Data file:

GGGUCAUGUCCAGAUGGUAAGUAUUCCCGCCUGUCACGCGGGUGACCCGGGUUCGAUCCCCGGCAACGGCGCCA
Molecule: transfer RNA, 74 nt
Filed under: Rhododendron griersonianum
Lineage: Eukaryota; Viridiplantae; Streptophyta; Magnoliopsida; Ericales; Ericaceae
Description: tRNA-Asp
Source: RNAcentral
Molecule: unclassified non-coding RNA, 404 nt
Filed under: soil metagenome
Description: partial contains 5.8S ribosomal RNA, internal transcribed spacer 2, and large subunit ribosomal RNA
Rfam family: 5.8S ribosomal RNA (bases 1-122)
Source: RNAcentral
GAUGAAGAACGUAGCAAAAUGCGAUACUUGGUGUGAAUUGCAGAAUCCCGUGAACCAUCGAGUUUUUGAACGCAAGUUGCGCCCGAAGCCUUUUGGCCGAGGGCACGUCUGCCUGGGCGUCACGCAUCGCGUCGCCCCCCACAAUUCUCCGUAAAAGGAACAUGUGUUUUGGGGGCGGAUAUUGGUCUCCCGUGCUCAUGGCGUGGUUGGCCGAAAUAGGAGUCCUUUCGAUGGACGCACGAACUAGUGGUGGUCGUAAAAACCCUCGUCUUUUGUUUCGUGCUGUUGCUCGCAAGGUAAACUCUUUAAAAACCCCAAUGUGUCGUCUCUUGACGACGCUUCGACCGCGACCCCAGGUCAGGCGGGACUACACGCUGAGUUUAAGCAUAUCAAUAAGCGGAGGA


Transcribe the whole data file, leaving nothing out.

GGGUCAUGUCCAGAUGGUAAGUAUUCCCGCCUGUCACGCGGGUGACCCGGGUUCGAUCCCCGGCAACGGCGCCA
Molecule: transfer RNA, 74 nt
Filed under: Rhododendron griersonianum
Lineage: Eukaryota; Viridiplantae; Streptophyta; Magnoliopsida; Ericales; Ericaceae
Description: tRNA-Asp
Source: RNAcentral
Molecule: unclassified non-coding RNA, 404 nt
Filed under: soil metagenome
Description: partial contains 5.8S ribosomal RNA, internal transcribed spacer 2, and large subunit ribosomal RNA
Rfam family: 5.8S ribosomal RNA (bases 1-122)
Source: RNAcentral
GAUGAAGAACGUAGCAAAAUGCGAUACUUGGUGUGAAUUGCAGAAUCCCGUGAACCAUCGAGUUUUUGAACGCAAGUUGCGCCCGAAGCCUUUUGGCCGAGGGCACGUCUGCCUGGGCGUCACGCAUCGCGUCGCCCCCCACAAUUCUCCGUAAAAGGAACAUGUGUUUUGGGGGCGGAUAUUGGUCUCCCGUGCUCAUGGCGUGGUUGGCCGAAAUAGGAGUCCUUUCGAUGGACGCACGAACUAGUGGUGGUCGUAAAAACCCUCGUCUUUUGUUUCGUGCUGUUGCUCGCAAGGUAAACUCUUUAAAAACCCCAAUGUGUCGUCUCUUGACGACGCUUCGACCGCGACCCCAGGUCAGGCGGGACUACACGCUGAGUUUAAGCAUAUCAAUAAGCGGAGGA